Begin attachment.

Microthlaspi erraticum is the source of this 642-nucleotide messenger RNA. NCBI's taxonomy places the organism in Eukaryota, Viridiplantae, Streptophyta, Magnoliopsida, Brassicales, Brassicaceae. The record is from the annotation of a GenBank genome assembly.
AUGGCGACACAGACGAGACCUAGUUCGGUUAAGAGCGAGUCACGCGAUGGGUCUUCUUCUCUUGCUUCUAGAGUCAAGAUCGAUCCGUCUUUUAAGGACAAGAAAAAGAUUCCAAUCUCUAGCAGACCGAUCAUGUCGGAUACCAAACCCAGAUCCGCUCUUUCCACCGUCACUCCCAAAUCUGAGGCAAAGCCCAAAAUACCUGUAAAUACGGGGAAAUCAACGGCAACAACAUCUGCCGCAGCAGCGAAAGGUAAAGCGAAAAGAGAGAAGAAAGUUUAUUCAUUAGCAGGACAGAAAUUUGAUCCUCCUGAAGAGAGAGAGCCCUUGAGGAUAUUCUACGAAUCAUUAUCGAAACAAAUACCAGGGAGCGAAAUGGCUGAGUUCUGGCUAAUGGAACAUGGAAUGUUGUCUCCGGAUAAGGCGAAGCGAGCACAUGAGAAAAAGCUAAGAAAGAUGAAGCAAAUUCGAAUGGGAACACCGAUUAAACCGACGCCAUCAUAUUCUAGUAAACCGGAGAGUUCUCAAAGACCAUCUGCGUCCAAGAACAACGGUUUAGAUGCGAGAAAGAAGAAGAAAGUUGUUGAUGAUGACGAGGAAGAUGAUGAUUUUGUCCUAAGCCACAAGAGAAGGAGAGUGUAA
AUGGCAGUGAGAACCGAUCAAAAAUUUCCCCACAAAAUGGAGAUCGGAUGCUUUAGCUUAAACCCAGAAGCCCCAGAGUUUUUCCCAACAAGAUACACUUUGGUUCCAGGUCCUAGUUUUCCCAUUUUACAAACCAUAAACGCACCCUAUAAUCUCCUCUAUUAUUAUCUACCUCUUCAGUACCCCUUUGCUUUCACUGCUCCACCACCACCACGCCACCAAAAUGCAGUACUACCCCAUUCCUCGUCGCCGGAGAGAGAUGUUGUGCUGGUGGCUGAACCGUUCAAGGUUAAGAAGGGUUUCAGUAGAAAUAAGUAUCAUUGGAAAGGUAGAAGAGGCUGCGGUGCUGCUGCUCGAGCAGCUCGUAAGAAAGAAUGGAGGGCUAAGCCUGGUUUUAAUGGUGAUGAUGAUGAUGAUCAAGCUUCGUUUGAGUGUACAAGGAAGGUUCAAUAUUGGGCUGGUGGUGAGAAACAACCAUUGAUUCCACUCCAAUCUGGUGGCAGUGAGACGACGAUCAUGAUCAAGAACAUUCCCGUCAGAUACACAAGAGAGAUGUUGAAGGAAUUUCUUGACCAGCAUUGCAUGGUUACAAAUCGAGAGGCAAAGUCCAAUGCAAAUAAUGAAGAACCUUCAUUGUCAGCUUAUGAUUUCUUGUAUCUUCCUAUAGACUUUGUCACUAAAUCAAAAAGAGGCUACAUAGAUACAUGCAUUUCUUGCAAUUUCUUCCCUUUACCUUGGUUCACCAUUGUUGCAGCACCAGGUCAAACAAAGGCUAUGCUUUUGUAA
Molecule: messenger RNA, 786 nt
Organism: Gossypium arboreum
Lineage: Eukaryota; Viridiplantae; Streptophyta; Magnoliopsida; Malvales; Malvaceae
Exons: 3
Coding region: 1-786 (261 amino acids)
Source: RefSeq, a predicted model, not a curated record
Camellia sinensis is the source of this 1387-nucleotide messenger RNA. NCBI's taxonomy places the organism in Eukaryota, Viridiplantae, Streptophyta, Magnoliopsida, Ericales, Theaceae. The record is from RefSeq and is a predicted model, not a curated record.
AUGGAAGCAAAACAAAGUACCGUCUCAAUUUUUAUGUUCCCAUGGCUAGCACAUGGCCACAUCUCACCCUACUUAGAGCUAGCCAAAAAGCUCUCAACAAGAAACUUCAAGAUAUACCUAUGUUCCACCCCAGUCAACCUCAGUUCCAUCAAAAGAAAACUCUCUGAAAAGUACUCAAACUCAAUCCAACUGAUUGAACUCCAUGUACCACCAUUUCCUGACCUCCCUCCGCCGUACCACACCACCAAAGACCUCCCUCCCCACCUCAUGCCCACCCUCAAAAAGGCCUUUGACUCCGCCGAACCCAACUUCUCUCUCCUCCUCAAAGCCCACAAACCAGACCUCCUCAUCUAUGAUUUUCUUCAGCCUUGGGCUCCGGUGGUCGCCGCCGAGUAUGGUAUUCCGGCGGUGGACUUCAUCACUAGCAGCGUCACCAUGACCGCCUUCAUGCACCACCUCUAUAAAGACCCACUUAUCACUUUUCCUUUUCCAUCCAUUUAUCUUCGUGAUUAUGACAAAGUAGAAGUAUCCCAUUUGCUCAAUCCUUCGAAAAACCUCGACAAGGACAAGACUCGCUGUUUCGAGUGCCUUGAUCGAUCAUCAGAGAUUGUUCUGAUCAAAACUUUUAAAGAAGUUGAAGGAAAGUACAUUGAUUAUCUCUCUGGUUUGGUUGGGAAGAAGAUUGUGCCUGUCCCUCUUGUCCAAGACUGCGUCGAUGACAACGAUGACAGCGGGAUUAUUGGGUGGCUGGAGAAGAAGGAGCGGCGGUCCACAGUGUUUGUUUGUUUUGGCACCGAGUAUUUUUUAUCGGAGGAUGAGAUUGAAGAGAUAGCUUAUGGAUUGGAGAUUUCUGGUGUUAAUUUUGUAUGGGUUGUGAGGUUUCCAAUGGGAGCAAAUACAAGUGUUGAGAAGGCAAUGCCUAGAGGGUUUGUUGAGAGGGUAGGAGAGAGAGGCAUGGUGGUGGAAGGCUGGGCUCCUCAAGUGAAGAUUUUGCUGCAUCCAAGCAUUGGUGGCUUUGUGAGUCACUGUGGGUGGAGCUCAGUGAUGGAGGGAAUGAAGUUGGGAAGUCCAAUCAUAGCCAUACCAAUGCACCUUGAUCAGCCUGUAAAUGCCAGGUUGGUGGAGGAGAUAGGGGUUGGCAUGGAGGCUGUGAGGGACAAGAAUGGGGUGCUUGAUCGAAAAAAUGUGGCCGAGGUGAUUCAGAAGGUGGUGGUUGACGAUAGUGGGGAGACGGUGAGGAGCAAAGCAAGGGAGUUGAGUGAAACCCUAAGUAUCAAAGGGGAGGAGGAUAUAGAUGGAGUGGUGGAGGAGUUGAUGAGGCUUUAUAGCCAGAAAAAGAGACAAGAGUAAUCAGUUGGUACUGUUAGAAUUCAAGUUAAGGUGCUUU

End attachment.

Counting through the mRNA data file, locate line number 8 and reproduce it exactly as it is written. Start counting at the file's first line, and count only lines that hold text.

Coding region: 1-786 (261 amino acids)